Telehealth abortions are as safe and effective as in-person, large study shows

Close-up image of a silver packet of mifepristone and misoprostol pills with the white box behind it
Telehealth abortions are just as safe and effective for terminating a pregnancy as having abortion medications prescribed in person, new research suggests. (Image credit: NurPhoto / Contributor via Getty Images)

Using abortion pills that are prescribed via telehealth is just as safe and effective as having the medication prescribed in person, the largest study of its kind suggests. 

The scientists behind the study say the finding could reassure patients who are skeptical about the safety and legitimacy of telehealth abortions and help meet the growing demand for accessible abortion since Roe v. Wade was overturned in 2022. Since that 2022 ruling, the safety of pills used in medication abortion — specifically, the drug mifepristone — has also been debated in state and federal appeals courts and will soon be addressed by the U.S. Supreme Court. The new study underscores this drug's already-proven safety record.

Medication abortions typically involve taking mifepristone and a second drug called misoprostol; this method can be used up to 10 weeks gestation, or 70 days from the start of a person's last menstrual period. The new analysis included more than 6,000 pregnant people who underwent telehealth abortions, 97.7% of whom successfully terminated their pregnancies without requiring any further treatment. 

This rate is comparable to the 97.4% success rate described in Food and Drug Administration (FDA) drug label for mifepristone, as well as rates described in previous studies of medication abortion prescribed in person and then used either at home or in a hospital.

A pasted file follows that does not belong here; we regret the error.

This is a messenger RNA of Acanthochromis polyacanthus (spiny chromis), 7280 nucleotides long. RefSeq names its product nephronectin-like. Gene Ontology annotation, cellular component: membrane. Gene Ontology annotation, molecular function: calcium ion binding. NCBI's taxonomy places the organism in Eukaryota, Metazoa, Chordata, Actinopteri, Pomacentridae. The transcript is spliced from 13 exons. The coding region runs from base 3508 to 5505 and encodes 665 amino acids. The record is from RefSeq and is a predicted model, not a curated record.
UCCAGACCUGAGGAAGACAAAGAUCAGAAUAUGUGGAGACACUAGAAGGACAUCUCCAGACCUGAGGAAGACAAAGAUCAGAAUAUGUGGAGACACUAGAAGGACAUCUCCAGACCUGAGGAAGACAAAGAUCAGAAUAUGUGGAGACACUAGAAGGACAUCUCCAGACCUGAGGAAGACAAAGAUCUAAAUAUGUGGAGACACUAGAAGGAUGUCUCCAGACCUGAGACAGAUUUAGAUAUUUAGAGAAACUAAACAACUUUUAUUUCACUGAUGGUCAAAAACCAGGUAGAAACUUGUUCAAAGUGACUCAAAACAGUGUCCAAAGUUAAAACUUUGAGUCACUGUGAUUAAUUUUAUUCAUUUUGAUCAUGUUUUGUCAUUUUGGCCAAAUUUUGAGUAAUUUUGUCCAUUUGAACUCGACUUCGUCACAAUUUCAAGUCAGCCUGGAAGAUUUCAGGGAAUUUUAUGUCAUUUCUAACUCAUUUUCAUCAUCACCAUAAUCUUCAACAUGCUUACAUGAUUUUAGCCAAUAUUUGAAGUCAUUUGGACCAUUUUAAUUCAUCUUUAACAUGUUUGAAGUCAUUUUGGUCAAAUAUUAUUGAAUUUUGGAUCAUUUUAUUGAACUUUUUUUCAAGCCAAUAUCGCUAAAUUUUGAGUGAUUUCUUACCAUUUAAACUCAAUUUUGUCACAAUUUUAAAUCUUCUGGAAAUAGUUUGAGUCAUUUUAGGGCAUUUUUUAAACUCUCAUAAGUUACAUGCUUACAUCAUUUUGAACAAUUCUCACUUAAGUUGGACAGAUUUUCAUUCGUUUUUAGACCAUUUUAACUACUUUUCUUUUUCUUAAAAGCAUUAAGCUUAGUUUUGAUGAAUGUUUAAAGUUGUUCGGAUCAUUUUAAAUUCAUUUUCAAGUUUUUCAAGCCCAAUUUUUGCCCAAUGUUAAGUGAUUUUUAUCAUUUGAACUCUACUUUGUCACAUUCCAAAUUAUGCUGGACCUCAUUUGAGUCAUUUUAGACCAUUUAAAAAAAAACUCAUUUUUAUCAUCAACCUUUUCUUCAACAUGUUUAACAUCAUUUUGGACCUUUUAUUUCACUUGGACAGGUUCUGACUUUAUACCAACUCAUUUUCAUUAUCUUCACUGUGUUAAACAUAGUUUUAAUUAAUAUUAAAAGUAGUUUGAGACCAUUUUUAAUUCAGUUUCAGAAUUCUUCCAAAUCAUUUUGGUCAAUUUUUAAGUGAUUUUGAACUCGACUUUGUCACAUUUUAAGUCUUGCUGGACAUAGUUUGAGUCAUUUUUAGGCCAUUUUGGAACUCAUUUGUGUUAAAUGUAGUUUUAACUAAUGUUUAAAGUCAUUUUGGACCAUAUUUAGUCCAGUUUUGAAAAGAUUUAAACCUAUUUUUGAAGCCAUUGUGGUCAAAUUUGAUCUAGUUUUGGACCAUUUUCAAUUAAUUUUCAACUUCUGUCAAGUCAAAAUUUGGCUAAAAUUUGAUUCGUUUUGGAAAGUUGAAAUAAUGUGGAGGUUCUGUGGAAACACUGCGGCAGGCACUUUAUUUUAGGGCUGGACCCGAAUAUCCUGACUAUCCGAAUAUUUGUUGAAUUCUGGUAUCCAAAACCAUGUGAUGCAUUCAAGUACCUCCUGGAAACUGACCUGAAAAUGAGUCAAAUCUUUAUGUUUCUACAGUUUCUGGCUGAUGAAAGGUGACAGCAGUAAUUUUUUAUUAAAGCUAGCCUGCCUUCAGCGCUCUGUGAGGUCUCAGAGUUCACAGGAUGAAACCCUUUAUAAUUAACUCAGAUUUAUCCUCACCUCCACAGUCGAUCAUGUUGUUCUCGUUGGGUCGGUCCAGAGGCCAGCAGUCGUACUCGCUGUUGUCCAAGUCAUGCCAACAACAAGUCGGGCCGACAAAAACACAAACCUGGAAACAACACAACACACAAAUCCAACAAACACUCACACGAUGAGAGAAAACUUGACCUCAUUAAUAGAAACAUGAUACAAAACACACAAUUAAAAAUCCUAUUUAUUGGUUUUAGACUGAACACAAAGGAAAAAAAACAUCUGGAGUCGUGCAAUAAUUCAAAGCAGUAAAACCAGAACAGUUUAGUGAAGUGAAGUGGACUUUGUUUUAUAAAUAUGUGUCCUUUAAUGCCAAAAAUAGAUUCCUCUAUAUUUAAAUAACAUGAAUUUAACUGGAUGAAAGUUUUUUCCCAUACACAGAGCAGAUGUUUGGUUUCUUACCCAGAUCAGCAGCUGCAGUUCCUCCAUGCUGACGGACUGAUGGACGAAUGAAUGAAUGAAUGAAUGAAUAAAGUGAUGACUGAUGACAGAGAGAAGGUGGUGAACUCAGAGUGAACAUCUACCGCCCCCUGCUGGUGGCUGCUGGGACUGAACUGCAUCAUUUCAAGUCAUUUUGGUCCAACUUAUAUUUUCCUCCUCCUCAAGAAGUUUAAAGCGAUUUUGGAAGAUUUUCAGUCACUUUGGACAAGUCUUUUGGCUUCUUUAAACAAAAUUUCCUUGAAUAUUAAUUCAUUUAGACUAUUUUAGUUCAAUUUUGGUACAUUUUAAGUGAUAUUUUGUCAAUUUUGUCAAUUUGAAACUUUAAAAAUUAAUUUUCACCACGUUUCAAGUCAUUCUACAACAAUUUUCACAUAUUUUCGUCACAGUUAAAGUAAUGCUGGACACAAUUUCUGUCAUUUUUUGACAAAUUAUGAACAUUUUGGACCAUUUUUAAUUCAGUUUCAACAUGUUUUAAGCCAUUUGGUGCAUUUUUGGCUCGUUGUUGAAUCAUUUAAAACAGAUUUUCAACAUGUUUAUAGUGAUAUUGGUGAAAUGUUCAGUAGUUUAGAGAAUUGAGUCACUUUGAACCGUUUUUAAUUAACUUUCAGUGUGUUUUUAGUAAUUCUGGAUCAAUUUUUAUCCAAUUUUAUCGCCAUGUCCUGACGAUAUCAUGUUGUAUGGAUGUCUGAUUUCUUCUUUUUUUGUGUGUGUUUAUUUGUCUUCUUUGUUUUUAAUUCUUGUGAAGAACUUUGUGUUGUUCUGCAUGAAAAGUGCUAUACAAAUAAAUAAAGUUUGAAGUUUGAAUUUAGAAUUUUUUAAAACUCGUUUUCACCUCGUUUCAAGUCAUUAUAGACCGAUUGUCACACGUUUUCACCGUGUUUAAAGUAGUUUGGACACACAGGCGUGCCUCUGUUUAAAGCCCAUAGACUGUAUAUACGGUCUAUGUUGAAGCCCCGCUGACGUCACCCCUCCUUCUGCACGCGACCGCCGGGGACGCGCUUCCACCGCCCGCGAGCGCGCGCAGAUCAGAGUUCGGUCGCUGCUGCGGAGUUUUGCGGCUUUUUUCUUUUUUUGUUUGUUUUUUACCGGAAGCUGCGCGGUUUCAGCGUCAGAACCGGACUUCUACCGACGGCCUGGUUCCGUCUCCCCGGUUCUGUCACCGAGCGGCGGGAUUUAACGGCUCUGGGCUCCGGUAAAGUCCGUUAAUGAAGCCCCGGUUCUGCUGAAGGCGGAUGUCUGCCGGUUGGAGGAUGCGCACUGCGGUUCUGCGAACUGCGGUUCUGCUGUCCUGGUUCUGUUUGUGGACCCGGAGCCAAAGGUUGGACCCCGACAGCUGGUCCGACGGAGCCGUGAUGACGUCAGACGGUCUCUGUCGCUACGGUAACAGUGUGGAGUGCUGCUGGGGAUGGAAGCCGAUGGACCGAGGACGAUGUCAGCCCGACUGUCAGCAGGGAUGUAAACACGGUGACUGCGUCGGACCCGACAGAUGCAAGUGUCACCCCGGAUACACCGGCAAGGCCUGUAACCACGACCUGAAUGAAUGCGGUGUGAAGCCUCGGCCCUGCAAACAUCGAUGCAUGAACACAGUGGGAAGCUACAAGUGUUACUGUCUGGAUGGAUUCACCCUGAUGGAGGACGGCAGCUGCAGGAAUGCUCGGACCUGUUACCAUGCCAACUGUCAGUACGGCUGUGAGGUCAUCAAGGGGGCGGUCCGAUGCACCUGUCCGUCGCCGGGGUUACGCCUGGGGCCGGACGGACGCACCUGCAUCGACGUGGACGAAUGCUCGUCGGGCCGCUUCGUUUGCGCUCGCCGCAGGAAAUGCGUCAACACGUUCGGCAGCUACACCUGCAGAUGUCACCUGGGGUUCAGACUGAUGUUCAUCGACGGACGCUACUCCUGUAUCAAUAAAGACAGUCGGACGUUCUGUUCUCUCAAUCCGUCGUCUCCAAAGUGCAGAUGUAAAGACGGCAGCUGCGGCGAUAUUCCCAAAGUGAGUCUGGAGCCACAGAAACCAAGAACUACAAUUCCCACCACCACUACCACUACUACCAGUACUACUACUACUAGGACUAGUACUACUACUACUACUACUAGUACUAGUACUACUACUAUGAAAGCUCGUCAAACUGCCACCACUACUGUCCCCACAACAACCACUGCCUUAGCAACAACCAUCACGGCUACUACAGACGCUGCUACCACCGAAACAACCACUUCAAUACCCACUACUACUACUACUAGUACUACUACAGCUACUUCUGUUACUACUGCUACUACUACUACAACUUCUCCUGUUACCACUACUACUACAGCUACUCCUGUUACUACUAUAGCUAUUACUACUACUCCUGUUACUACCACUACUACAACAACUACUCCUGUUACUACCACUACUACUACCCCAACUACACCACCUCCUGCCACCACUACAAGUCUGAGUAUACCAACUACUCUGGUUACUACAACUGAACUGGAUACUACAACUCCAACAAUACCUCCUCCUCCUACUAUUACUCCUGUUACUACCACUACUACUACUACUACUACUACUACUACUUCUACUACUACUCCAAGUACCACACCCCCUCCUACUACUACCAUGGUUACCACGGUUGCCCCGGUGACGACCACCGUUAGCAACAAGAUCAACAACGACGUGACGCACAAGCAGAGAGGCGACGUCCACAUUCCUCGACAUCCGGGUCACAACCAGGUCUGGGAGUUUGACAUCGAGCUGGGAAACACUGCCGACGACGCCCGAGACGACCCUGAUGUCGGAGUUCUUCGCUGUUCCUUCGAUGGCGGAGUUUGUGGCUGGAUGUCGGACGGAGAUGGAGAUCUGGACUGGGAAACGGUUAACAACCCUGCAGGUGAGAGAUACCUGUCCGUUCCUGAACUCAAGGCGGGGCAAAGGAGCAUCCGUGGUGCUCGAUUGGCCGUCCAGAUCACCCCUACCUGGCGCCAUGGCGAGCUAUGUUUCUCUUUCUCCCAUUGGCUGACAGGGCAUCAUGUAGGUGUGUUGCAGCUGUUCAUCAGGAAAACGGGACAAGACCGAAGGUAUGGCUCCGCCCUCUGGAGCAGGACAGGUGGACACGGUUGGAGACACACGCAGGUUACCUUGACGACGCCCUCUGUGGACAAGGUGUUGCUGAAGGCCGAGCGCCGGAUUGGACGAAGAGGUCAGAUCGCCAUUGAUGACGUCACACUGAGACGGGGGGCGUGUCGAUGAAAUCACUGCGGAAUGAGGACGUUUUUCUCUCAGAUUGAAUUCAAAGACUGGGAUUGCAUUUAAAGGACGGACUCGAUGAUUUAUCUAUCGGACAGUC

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Only 0.25% of the patients in the study experienced serious side effects related to their abortions, some of which required blood transfusions, for instance. Just 0.16% had an ectopic pregnancy, which is when the fertilized egg implants in tissue somewhere other than the uterus. This is a concern because, during a medication abortion at home, this rare complication might not be recognized as it could be in a clinic and could then rupture, requiring immediate treatment. 

These figures are comparable to published data on medication abortions conducted after an in-person assessment: The rate of serious side effects ranges between 0.2% and 0.5%, and ectopic pregnancy rates are about 0.2%, the authors wrote in the new study, published Thursday (Feb. 15) in the journal Nature Medicine

"This is the largest study on telehealth abortion in the U.S. and significantly adds to the body of evidence showing its safety and effectiveness," Ushma Upadhyay, lead study author and a professor of obstetrics, gynecology and reproductive sciences at the University of California, San Francisco, told Live Science in an email.

The findings have "huge" policy implications, Upadhyay said. In 2021, the FDA ruled that mifepristone could be prescribed via remote consultations based on a patient's self-reported medical history rather than on in-person assessments involving an ultrasound, for instance. However, the Supreme Court is soon expected to determine whether this regulatory change should stay, after a federal appeals court ruled against it in 2023. The appeals court also argued that the drugs should be used only up to seven weeks of gestation and only in the presence of a physician.